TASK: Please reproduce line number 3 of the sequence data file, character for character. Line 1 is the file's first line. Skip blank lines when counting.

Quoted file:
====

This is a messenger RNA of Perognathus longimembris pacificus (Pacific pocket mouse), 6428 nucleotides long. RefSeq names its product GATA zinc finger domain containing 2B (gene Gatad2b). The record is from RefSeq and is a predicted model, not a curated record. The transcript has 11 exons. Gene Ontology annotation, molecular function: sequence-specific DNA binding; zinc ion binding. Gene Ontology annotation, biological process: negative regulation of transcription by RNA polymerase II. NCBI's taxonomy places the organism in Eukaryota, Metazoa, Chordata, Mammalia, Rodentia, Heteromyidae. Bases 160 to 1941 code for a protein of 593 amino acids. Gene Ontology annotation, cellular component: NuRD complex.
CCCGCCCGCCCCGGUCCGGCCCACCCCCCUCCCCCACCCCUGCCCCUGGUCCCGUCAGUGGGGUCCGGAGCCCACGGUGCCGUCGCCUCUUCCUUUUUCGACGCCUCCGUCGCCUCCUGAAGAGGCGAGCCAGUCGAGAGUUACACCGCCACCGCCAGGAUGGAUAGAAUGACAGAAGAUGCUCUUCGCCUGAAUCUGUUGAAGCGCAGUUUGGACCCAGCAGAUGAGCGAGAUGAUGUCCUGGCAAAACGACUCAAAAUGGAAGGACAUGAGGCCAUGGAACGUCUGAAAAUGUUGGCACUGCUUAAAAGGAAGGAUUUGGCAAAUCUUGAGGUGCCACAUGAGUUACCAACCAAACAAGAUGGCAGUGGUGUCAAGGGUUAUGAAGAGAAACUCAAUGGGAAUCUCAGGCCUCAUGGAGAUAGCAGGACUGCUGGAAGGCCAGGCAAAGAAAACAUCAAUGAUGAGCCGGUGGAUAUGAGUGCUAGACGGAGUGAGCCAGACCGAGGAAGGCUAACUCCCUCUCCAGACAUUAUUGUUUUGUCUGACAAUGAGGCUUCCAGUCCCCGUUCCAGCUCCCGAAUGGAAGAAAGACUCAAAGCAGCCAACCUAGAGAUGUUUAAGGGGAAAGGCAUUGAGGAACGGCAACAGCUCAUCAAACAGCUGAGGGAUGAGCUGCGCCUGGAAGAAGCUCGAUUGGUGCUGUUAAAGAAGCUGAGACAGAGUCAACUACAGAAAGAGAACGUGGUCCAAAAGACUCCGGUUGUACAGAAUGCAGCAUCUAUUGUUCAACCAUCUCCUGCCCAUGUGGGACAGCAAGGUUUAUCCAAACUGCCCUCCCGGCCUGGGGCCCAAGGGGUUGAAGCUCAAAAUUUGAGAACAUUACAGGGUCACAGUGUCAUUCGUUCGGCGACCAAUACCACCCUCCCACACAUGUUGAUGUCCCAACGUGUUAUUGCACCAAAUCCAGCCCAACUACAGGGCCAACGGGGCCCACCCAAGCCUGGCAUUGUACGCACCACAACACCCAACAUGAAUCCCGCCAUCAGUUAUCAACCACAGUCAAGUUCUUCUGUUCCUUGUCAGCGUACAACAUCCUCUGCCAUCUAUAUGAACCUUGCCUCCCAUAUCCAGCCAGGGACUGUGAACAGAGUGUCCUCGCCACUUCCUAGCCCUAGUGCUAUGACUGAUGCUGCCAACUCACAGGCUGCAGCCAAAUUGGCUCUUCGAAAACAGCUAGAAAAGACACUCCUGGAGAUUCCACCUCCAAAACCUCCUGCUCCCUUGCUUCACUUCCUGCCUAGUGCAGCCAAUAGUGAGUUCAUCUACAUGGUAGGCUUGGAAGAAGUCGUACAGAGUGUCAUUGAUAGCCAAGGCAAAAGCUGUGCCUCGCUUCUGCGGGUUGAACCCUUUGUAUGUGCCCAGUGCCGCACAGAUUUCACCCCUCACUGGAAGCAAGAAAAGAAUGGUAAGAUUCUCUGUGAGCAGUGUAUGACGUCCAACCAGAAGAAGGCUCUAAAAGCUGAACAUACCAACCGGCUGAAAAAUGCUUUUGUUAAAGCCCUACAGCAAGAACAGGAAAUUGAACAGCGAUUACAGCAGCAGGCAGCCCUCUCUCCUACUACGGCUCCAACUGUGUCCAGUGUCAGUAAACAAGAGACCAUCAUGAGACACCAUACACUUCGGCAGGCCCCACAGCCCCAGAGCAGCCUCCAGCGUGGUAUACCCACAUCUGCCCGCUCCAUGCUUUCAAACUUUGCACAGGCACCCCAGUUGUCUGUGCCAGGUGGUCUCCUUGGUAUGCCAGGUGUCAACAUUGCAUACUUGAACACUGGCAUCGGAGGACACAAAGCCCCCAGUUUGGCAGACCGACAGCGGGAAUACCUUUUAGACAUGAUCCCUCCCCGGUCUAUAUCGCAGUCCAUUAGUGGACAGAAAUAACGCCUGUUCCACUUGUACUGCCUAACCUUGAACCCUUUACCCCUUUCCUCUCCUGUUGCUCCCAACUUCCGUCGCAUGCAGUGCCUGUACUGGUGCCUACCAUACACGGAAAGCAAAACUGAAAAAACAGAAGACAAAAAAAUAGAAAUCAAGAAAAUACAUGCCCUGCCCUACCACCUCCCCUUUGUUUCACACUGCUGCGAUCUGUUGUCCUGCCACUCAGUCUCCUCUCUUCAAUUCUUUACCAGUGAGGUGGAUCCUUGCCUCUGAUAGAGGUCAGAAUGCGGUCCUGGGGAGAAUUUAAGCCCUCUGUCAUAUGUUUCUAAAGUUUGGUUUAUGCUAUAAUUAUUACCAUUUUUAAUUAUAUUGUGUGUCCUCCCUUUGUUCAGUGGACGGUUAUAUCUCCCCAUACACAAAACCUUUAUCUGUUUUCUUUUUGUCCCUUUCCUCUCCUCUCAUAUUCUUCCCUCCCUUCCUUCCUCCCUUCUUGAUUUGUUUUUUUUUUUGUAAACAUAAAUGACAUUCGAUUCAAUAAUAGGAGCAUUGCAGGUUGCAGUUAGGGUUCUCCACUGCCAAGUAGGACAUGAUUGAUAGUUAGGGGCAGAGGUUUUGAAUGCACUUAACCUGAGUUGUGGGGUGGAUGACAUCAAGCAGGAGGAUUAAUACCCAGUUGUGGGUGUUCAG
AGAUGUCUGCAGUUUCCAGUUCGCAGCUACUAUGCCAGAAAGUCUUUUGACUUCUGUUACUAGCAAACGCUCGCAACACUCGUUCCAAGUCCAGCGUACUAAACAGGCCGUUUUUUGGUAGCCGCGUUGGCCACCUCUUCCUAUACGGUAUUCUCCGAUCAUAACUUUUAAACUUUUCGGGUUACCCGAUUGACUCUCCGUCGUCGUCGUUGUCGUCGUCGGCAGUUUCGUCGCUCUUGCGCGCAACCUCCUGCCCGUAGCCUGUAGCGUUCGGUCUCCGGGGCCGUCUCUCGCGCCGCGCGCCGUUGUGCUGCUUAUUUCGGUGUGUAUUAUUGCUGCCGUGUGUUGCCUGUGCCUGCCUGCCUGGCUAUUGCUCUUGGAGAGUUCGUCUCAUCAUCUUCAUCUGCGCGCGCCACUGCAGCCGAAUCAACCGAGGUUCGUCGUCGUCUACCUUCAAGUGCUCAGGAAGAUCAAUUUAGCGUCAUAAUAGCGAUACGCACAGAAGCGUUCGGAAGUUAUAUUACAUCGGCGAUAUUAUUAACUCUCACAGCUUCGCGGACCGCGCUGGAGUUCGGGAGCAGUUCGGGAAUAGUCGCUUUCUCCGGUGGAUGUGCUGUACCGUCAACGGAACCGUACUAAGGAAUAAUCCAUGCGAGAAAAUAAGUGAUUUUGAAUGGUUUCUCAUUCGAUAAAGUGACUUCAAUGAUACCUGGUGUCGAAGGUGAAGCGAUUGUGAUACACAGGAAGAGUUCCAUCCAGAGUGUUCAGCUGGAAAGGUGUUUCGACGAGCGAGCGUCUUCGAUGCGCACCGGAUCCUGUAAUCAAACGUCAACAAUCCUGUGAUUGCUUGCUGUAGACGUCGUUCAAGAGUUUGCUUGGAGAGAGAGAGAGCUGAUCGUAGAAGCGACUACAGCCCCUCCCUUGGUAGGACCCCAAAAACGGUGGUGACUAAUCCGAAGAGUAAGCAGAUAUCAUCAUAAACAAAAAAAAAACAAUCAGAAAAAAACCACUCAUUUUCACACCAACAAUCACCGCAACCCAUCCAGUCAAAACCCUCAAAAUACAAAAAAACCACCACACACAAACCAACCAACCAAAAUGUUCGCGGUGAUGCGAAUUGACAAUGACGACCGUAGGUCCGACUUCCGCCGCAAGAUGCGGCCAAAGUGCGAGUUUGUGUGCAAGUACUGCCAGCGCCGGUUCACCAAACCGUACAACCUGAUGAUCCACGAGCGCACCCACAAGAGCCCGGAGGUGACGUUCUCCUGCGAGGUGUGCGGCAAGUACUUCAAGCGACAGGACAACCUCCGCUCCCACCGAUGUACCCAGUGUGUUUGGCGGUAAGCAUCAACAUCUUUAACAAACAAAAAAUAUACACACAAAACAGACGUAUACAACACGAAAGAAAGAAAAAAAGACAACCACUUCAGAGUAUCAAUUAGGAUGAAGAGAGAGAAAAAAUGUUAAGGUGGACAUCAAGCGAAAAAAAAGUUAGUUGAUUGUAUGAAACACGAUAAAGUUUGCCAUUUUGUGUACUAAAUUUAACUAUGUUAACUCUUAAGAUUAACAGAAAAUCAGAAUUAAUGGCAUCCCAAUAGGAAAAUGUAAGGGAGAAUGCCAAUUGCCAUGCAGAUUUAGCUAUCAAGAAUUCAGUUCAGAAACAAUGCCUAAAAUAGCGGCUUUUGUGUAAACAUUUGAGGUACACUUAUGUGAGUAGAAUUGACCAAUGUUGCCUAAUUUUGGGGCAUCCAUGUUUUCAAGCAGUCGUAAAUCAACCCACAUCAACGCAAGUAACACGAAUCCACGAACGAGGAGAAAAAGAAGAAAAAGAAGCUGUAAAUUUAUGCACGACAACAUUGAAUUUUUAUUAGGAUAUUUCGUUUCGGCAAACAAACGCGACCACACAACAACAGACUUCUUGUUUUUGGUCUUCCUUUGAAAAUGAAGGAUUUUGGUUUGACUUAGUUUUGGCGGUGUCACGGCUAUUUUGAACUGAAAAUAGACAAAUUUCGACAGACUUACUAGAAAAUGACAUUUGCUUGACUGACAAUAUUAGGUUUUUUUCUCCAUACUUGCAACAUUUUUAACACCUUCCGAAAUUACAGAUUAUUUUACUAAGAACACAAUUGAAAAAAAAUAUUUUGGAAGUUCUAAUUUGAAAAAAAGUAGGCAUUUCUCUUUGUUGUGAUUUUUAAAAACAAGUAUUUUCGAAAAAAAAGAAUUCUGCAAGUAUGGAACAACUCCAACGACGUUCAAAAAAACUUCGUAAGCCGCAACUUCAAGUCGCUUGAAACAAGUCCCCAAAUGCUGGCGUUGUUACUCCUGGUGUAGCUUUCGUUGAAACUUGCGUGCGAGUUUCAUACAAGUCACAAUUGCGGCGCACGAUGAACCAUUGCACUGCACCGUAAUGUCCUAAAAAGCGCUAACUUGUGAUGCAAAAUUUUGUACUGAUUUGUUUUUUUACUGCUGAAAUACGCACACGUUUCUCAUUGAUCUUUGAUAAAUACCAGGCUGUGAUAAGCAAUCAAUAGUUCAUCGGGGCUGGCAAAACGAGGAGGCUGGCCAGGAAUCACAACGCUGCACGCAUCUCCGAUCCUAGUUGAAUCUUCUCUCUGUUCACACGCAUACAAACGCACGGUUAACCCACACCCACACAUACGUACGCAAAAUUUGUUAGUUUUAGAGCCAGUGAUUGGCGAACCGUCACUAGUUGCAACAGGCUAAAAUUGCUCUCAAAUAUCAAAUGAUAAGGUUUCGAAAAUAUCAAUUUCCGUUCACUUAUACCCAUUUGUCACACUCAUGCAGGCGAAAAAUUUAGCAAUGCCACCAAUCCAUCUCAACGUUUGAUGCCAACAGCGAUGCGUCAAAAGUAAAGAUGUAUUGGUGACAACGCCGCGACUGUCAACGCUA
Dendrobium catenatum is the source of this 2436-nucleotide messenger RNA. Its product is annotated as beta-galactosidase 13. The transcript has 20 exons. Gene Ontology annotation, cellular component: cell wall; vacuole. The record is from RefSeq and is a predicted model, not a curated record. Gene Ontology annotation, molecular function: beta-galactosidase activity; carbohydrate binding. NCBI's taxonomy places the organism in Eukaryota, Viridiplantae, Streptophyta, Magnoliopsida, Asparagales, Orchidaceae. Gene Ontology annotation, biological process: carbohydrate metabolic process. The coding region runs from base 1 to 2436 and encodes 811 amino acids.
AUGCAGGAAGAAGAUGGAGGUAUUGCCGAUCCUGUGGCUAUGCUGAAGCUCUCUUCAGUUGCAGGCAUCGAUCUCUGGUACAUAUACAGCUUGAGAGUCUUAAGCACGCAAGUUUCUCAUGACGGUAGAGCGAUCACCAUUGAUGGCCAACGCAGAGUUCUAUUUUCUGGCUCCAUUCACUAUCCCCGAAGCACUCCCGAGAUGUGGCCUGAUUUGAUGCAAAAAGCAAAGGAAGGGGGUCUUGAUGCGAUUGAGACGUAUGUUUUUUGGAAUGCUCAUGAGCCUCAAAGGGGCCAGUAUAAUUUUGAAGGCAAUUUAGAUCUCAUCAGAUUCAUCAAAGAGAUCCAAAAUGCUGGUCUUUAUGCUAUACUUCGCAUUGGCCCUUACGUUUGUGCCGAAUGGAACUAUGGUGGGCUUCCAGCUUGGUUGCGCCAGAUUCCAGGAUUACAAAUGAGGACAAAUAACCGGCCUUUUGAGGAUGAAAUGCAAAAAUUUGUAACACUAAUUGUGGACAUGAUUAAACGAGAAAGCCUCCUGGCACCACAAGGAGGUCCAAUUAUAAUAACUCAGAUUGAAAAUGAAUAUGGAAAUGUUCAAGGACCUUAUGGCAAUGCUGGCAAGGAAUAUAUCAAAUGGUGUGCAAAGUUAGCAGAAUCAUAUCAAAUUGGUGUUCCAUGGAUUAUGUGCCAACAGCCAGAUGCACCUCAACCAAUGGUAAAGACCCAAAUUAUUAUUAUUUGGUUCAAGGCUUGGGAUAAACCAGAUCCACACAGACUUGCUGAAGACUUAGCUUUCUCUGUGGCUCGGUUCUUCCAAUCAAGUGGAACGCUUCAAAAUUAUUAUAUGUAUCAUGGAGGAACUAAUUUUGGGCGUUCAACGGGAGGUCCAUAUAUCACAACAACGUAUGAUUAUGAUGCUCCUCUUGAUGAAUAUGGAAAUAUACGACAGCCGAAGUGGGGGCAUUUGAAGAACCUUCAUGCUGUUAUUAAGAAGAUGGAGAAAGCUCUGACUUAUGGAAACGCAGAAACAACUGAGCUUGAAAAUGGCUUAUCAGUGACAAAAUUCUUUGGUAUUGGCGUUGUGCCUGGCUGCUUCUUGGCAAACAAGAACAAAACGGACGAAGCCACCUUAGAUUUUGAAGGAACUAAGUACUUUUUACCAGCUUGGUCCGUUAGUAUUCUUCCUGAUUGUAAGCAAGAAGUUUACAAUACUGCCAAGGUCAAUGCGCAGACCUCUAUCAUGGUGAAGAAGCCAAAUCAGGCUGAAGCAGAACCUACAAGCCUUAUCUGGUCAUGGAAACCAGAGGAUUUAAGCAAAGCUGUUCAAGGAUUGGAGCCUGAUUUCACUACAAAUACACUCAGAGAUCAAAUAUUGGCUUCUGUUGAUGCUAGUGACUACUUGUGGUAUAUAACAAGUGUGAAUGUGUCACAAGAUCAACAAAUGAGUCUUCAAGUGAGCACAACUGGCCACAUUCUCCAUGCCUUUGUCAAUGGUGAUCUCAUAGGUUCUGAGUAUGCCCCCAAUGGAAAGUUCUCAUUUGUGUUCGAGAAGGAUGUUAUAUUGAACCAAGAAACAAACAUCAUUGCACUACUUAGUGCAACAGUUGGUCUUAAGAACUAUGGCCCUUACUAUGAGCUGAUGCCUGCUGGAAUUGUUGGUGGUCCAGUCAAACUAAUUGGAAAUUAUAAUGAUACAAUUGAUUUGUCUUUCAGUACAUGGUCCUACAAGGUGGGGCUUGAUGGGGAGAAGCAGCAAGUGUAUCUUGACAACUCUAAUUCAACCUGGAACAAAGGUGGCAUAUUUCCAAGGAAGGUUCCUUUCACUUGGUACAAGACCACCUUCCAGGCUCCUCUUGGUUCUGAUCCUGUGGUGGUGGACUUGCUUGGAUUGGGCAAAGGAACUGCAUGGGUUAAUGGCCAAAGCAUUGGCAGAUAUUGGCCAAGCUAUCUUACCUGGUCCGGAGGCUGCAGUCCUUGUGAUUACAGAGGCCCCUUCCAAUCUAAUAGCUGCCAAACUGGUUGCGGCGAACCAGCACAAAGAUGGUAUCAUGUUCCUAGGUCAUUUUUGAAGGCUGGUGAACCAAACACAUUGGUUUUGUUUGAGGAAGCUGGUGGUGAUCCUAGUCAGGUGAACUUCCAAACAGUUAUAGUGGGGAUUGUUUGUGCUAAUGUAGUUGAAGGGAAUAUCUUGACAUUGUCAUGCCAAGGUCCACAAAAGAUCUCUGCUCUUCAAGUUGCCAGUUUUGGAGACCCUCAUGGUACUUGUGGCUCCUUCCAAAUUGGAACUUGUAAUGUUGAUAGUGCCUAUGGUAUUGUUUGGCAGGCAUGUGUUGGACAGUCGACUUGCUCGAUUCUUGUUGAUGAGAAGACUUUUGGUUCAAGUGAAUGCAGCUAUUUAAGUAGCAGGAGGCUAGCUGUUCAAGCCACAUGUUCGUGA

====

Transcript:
AGAUGUCUGCAGUUUCCAGUUCGCAGCUACUAUGCCAGAAAGUCUUUUGACUUCUGUUACUAGCAAACGCUCGCAACACUCGUUCCAAGUCCAGCGUACUAAACAGGCCGUUUUUUGGUAGCCGCGUUGGCCACCUCUUCCUAUACGGUAUUCUCCGAUCAUAACUUUUAAACUUUUCGGGUUACCCGAUUGACUCUCCGUCGUCGUCGUUGUCGUCGUCGGCAGUUUCGUCGCUCUUGCGCGCAACCUCCUGCCCGUAGCCUGUAGCGUUCGGUCUCCGGGGCCGUCUCUCGCGCCGCGCGCCGUUGUGCUGCUUAUUUCGGUGUGUAUUAUUGCUGCCGUGUGUUGCCUGUGCCUGCCUGCCUGGCUAUUGCUCUUGGAGAGUUCGUCUCAUCAUCUUCAUCUGCGCGCGCCACUGCAGCCGAAUCAACCGAGGUUCGUCGUCGUCUACCUUCAAGUGCUCAGGAAGAUCAAUUUAGCGUCAUAAUAGCGAUACGCACAGAAGCGUUCGGAAGUUAUAUUACAUCGGCGAUAUUAUUAACUCUCACAGCUUCGCGGACCGCGCUGGAGUUCGGGAGCAGUUCGGGAAUAGUCGCUUUCUCCGGUGGAUGUGCUGUACCGUCAACGGAACCGUACUAAGGAAUAAUCCAUGCGAGAAAAUAAGUGAUUUUGAAUGGUUUCUCAUUCGAUAAAGUGACUUCAAUGAUACCUGGUGUCGAAGGUGAAGCGAUUGUGAUACACAGGAAGAGUUCCAUCCAGAGUGUUCAGCUGGAAAGGUGUUUCGACGAGCGAGCGUCUUCGAUGCGCACCGGAUCCUGUAAUCAAACGUCAACAAUCCUGUGAUUGCUUGCUGUAGACGUCGUUCAAGAGUUUGCUUGGAGAGAGAGAGAGCUGAUCGUAGAAGCGACUACAGCCCCUCCCUUGGUAGGACCCCAAAAACGGUGGUGACUAAUCCGAAGAGUAAGCAGAUAUCAUCAUAAACAAAAAAAAAACAAUCAGAAAAAAACCACUCAUUUUCACACCAACAAUCACCGCAACCCAUCCAGUCAAAACCCUCAAAAUACAAAAAAACCACCACACACAAACCAACCAACCAAAAUGUUCGCGGUGAUGCGAAUUGACAAUGACGACCGUAGGUCCGACUUCCGCCGCAAGAUGCGGCCAAAGUGCGAGUUUGUGUGCAAGUACUGCCAGCGCCGGUUCACCAAACCGUACAACCUGAUGAUCCACGAGCGCACCCACAAGAGCCCGGAGGUGACGUUCUCCUGCGAGGUGUGCGGCAAGUACUUCAAGCGACAGGACAACCUCCGCUCCCACCGAUGUACCCAGUGUGUUUGGCGGUAAGCAUCAACAUCUUUAACAAACAAAAAAUAUACACACAAAACAGACGUAUACAACACGAAAGAAAGAAAAAAAGACAACCACUUCAGAGUAUCAAUUAGGAUGAAGAGAGAGAAAAAAUGUUAAGGUGGACAUCAAGCGAAAAAAAAGUUAGUUGAUUGUAUGAAACACGAUAAAGUUUGCCAUUUUGUGUACUAAAUUUAACUAUGUUAACUCUUAAGAUUAACAGAAAAUCAGAAUUAAUGGCAUCCCAAUAGGAAAAUGUAAGGGAGAAUGCCAAUUGCCAUGCAGAUUUAGCUAUCAAGAAUUCAGUUCAGAAACAAUGCCUAAAAUAGCGGCUUUUGUGUAAACAUUUGAGGUACACUUAUGUGAGUAGAAUUGACCAAUGUUGCCUAAUUUUGGGGCAUCCAUGUUUUCAAGCAGUCGUAAAUCAACCCACAUCAACGCAAGUAACACGAAUCCACGAACGAGGAGAAAAAGAAGAAAAAGAAGCUGUAAAUUUAUGCACGACAACAUUGAAUUUUUAUUAGGAUAUUUCGUUUCGGCAAACAAACGCGACCACACAACAACAGACUUCUUGUUUUUGGUCUUCCUUUGAAAAUGAAGGAUUUUGGUUUGACUUAGUUUUGGCGGUGUCACGGCUAUUUUGAACUGAAAAUAGACAAAUUUCGACAGACUUACUAGAAAAUGACAUUUGCUUGACUGACAAUAUUAGGUUUUUUUCUCCAUACUUGCAACAUUUUUAACACCUUCCGAAAUUACAGAUUAUUUUACUAAGAACACAAUUGAAAAAAAAUAUUUUGGAAGUUCUAAUUUGAAAAAAAGUAGGCAUUUCUCUUUGUUGUGAUUUUUAAAAACAAGUAUUUUCGAAAAAAAAGAAUUCUGCAAGUAUGGAACAACUCCAACGACGUUCAAAAAAACUUCGUAAGCCGCAACUUCAAGUCGCUUGAAACAAGUCCCCAAAUGCUGGCGUUGUUACUCCUGGUGUAGCUUUCGUUGAAACUUGCGUGCGAGUUUCAUACAAGUCACAAUUGCGGCGCACGAUGAACCAUUGCACUGCACCGUAAUGUCCUAAAAAGCGCUAACUUGUGAUGCAAAAUUUUGUACUGAUUUGUUUUUUUACUGCUGAAAUACGCACACGUUUCUCAUUGAUCUUUGAUAAAUACCAGGCUGUGAUAAGCAAUCAAUAGUUCAUCGGGGCUGGCAAAACGAGGAGGCUGGCCAGGAAUCACAACGCUGCACGCAUCUCCGAUCCUAGUUGAAUCUUCUCUCUGUUCACACGCAUACAAACGCACGGUUAACCCACACCCACACAUACGUACGCAAAAUUUGUUAGUUUUAGAGCCAGUGAUUGGCGAACCGUCACUAGUUGCAACAGGCUAAAAUUGCUCUCAAAUAUCAAAUGAUAAGGUUUCGAAAAUAUCAAUUUCCGUUCACUUAUACCCAUUUGUCACACUCAUGCAGGCGAAAAAUUUAGCAAUGCCACCAAUCCAUCUCAACGUUUGAUGCCAACAGCGAUGCGUCAAAAGUAAAGAUGUAUUGGUGACAACGCCGCGACUGUCAACGCUA